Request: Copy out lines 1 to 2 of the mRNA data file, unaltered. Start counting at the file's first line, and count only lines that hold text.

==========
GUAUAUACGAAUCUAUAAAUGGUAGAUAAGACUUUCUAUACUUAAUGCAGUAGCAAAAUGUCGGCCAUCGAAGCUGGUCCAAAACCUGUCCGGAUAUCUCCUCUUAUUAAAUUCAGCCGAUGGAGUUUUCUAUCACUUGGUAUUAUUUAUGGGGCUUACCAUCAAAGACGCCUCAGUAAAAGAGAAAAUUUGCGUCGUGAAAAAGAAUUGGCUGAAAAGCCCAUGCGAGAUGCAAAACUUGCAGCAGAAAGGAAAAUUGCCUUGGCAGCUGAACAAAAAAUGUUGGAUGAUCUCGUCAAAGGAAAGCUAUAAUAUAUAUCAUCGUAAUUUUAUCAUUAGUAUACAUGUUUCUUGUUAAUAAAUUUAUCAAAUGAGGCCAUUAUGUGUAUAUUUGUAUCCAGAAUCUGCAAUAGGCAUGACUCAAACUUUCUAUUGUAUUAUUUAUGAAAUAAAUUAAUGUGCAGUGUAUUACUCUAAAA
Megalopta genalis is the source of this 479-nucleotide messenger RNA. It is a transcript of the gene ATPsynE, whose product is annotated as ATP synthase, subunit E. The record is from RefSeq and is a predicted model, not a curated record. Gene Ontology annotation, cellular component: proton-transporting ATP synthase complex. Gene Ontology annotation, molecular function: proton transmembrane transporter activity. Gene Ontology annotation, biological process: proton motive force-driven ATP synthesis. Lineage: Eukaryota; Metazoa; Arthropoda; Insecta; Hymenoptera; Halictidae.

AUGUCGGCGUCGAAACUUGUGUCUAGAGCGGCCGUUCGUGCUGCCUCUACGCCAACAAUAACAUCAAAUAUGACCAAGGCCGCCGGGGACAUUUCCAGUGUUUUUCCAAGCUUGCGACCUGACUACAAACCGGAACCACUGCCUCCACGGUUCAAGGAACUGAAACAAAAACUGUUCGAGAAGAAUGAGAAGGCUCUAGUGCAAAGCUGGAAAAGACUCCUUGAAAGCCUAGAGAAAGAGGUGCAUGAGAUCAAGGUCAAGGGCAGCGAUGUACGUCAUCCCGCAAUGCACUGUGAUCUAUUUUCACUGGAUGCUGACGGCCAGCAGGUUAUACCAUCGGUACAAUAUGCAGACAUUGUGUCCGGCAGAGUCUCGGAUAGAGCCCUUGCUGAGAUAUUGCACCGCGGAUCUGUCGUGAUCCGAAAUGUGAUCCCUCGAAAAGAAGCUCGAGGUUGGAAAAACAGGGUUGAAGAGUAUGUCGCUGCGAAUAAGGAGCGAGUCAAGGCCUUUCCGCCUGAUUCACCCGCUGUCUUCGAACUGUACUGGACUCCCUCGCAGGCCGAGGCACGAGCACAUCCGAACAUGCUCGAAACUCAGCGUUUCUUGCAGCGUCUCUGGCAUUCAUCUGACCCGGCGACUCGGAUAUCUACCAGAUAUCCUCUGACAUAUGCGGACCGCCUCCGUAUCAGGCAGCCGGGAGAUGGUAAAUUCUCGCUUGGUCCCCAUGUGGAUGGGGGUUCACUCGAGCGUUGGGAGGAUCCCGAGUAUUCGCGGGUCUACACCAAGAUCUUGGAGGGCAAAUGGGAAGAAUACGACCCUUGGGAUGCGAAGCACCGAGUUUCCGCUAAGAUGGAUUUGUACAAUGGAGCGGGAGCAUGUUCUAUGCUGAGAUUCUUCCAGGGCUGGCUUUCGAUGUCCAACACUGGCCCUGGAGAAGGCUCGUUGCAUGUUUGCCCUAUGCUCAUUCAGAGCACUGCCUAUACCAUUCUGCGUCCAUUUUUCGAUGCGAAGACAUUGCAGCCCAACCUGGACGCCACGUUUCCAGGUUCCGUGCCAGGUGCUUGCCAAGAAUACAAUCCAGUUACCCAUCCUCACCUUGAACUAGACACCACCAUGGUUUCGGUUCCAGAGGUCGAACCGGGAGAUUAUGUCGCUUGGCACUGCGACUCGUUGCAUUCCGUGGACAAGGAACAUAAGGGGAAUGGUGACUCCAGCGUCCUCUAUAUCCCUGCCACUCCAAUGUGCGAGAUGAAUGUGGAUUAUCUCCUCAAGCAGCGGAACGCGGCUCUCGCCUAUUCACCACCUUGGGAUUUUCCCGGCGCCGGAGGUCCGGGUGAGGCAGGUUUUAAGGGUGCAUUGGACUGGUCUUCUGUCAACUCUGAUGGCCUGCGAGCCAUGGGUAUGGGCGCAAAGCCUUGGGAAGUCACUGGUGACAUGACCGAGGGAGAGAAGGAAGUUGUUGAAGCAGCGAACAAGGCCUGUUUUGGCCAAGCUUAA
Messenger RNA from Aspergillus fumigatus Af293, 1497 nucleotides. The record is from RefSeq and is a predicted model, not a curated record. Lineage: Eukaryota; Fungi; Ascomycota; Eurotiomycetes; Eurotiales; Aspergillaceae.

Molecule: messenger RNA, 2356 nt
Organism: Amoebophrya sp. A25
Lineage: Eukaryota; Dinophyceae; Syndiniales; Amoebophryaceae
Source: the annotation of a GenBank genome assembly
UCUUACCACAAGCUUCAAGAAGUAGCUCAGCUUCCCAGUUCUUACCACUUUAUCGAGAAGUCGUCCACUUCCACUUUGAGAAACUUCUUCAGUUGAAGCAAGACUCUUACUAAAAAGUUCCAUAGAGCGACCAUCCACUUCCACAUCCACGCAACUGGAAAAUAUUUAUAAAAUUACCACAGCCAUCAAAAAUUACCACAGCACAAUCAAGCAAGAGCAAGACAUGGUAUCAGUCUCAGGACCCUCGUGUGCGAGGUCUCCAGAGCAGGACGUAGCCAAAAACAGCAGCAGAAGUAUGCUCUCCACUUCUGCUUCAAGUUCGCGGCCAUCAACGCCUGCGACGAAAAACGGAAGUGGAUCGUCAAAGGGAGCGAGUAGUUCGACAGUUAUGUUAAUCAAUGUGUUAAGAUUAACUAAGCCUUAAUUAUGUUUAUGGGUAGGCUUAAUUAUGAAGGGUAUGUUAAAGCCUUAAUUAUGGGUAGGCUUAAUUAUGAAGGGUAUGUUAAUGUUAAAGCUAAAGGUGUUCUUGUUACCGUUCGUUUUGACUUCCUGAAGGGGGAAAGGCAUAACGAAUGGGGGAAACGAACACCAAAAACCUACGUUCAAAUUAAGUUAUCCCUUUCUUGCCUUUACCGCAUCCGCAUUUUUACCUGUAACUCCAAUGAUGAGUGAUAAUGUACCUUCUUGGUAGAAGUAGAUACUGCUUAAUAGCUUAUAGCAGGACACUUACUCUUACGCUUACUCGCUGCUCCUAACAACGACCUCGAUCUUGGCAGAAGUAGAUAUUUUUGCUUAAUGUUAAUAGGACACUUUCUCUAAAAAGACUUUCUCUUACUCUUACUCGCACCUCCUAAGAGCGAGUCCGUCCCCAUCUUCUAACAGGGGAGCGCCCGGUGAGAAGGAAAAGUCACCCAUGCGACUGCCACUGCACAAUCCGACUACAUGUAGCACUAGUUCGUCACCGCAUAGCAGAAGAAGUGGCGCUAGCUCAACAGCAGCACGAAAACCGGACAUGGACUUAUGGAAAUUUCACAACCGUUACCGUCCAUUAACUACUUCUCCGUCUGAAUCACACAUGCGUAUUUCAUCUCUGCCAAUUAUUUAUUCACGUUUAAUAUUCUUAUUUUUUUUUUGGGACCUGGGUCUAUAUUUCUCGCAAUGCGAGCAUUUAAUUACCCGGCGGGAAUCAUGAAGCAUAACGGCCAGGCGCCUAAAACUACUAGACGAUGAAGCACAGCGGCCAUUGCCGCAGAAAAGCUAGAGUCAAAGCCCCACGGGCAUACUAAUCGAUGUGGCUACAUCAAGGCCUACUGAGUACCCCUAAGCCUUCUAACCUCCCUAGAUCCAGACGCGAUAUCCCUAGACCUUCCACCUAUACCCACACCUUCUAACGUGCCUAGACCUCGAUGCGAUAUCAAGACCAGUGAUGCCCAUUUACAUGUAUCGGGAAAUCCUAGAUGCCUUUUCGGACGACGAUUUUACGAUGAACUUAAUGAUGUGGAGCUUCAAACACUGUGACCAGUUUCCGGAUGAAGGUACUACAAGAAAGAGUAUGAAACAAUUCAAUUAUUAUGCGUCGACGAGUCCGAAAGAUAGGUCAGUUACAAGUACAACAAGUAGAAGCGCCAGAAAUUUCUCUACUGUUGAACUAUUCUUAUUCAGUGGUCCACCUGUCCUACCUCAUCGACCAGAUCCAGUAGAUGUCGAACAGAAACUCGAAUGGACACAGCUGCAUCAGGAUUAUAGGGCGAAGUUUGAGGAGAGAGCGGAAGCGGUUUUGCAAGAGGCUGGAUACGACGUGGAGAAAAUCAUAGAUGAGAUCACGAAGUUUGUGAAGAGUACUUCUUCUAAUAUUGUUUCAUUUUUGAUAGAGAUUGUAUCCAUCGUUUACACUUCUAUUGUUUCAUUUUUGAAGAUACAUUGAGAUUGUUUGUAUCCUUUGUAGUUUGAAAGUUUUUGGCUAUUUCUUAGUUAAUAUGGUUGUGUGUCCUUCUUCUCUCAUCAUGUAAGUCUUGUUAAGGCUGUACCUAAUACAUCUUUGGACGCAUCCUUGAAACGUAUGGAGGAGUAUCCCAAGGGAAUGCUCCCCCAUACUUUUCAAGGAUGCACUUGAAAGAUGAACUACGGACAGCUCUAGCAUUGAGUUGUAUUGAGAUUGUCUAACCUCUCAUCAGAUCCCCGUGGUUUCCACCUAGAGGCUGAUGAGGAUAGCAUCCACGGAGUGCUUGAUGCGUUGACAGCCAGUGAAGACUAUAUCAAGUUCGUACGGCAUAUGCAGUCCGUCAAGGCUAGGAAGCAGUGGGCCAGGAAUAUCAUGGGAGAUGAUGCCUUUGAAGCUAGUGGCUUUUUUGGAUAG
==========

GUAUAUACGAAUCUAUAAAUGGUAGAUAAGACUUUCUAUACUUAAUGCAGUAGCAAAAUGUCGGCCAUCGAAGCUGGUCCAAAACCUGUCCGGAUAUCUCCUCUUAUUAAAUUCAGCCGAUGGAGUUUUCUAUCACUUGGUAUUAUUUAUGGGGCUUACCAUCAAAGACGCCUCAGUAAAAGAGAAAAUUUGCGUCGUGAAAAAGAAUUGGCUGAAAAGCCCAUGCGAGAUGCAAAACUUGCAGCAGAAAGGAAAAUUGCCUUGGCAGCUGAACAAAAAAUGUUGGAUGAUCUCGUCAAAGGAAAGCUAUAAUAUAUAUCAUCGUAAUUUUAUCAUUAGUAUACAUGUUUCUUGUUAAUAAAUUUAUCAAAUGAGGCCAUUAUGUGUAUAUUUGUAUCCAGAAUCUGCAAUAGGCAUGACUCAAACUUUCUAUUGUAUUAUUUAUGAAAUAAAUUAAUGUGCAGUGUAUUACUCUAAAA
Megalopta genalis is the source of this 479-nucleotide messenger RNA. It is a transcript of the gene ATPsynE, whose product is annotated as ATP synthase, subunit E. The record is from RefSeq and is a predicted model, not a curated record. Gene Ontology annotation, cellular component: proton-transporting ATP synthase complex. Gene Ontology annotation, molecular function: proton transmembrane transporter activity. Gene Ontology annotation, biological process: proton motive force-driven ATP synthesis. Lineage: Eukaryota; Metazoa; Arthropoda; Insecta; Hymenoptera; Halictidae.